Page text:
Friday, December 02, 2005

No Room for Baby Jesus in the Inn, No Room for Him in Our Culture

“I am myself a dissenter from all known religions, and I hope that every kind of religious belief will die out.”

Bertrand Russell

I just finished poring over some interesting poll numbers just published by Fox News. Some of the numbers are eye-popping. Seventy-seven percent, according to the poll, believe that America’s courts have gone too far in their attempt to drive religion out of the public sphere. And, fifty-nine percent believe that “Christianity is under attack.”

The findings cut across political lines. Eighty-nine percent of Republicans believe that the courts have gone too far, as do seventy-three percent of Democrats and sixty-nine percent of Independents.

If you have further interest, just click on this hyperlink to the PDF file with all the poll information.

The poll, I think, reflects a growing recognition of what has been going on for years now. The assault on religion, Christianity in particular, and the public celebratory customs attending to religious belief, is nothing new. For example, while Nancy and I were celebrating Christmas in New Jersey, the thought police were afoot, enforcing anti-religious codes:

“In the latest manifestation of what Rabbi Daniel Lapin of Toward Tradition calls “secular fundamentalism,” the South Orange/Maplewood, New Jersey School District has banned playing the instrumental music Christmas carols.”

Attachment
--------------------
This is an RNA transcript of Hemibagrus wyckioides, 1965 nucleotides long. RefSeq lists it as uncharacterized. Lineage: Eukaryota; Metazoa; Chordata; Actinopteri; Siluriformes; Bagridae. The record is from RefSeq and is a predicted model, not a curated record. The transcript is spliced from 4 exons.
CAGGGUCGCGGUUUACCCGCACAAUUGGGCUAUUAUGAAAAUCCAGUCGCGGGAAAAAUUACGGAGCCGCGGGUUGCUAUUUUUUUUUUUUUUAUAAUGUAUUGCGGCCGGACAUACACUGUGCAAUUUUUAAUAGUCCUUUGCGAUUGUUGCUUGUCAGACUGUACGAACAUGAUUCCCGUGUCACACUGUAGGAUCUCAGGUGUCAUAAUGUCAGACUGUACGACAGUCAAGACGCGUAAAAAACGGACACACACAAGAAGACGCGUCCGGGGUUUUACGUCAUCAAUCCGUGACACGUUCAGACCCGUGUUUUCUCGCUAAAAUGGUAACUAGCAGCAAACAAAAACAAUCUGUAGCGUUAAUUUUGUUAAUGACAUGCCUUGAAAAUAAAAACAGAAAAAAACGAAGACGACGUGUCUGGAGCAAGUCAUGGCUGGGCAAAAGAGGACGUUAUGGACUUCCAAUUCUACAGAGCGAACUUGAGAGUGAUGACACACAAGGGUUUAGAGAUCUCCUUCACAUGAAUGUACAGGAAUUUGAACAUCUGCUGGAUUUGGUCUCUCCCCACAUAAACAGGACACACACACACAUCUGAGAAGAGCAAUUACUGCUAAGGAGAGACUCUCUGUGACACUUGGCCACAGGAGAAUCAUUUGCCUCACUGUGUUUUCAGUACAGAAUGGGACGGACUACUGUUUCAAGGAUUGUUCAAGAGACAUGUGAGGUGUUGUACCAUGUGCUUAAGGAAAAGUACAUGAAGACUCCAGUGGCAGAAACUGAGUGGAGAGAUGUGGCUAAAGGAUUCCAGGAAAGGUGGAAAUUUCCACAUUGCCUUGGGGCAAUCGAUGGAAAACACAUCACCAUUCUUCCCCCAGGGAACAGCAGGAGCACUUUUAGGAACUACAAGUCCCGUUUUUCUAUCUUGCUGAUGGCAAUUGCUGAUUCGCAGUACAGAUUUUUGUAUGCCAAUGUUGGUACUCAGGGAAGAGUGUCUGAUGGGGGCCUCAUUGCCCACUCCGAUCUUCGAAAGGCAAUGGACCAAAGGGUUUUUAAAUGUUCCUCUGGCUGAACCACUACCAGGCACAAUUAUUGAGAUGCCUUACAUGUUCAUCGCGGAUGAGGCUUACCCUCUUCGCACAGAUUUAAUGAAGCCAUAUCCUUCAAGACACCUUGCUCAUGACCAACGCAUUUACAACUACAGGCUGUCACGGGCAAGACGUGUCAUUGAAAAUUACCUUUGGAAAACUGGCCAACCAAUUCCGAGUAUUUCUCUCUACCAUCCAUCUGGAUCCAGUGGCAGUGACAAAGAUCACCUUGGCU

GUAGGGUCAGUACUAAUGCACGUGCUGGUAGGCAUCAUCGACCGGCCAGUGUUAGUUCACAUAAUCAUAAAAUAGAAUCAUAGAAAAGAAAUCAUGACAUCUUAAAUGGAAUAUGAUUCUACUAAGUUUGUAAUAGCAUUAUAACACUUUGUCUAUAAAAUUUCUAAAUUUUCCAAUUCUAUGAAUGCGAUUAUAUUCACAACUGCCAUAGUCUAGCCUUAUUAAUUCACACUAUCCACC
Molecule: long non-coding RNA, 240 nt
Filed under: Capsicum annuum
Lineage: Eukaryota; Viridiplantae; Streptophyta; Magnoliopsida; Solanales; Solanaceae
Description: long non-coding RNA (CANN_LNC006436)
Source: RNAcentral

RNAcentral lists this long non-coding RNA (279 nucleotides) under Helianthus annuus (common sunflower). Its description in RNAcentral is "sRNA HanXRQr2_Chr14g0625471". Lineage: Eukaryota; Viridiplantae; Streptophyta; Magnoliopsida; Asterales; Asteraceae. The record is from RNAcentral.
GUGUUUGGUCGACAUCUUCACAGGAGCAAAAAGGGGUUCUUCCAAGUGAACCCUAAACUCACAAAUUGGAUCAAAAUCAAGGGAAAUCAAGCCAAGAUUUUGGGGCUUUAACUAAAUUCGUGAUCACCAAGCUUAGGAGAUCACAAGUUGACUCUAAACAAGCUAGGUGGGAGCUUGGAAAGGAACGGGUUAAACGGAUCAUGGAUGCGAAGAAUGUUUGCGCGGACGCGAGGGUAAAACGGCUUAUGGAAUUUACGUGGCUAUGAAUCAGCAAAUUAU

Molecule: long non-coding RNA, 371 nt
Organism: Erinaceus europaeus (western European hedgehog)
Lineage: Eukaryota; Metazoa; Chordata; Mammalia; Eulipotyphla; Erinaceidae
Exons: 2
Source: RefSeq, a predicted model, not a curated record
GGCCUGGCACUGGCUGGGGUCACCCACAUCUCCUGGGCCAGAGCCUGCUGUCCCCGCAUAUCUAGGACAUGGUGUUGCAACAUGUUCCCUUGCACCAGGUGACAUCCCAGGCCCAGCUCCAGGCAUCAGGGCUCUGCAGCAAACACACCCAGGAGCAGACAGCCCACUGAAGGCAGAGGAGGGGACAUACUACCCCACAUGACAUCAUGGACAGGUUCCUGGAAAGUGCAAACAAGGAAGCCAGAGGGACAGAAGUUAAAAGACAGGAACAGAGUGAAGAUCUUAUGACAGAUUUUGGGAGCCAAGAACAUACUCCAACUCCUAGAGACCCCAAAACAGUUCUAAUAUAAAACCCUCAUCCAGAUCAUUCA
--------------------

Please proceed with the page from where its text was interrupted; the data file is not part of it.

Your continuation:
“In the early 1990s, the district prohibited the singing of Christmas carols. However, in an embarrassing oversight, bands continued to play “Silent Night” and “Hark the Herald Angels Sing.”

“Such gross insensitivity and incipient theocracy shall cease forthwith, the district’s superintendent decreed. From now on, the 40-member Columbia High School brass ensemble will be restricted to uplifting numbers like "Frosty the Snowman," according to the Newark Star-Ledger.”

In another case, teachers and officials in a Portland Oregon school found an offending child and saved the city of Portland from the offense of religion:

“Last year, a kindergartener at a school near Portland, Oregon was told he couldn’t bring cards with a religious message to a school Christmas party. When a teacher noticed that little Justin Cortez’s cards contained the dreaded J-word (Jesus), she confiscated the offending items and forwarded them to the principal who sent them to the superintendent. Thus was the school’s secularist early-warning system activated.”

While a significant majority of Americans believe the courts and, by extension, legal authorities have gone too far in secularizing America, some groups, so called “civil libertarians” say that they and the courts only want to protect all our rights. In 1999, the ACLU, attempting to address the concerns of young students, posted a series of questions and answers outlining their positions in some detail. To the question “Is it constitutional to teach religion in the public schools?” the ACLU’s answer was an emphatic “No!” “Can my school have a prayer at graduation?” “No!” “Is student led prayer constitutional?” “No!” Toward the end of the litany the ACLU found some room in their collective hearts for celebrating religious holidays in public schools. To the question of whether or not such celebrations are okay, the ACLU responded, “It depends.”

I suspect that, after listening to all of this, could only safely assume that religion is dangerous, counter-productive, anti-social, or anti-American.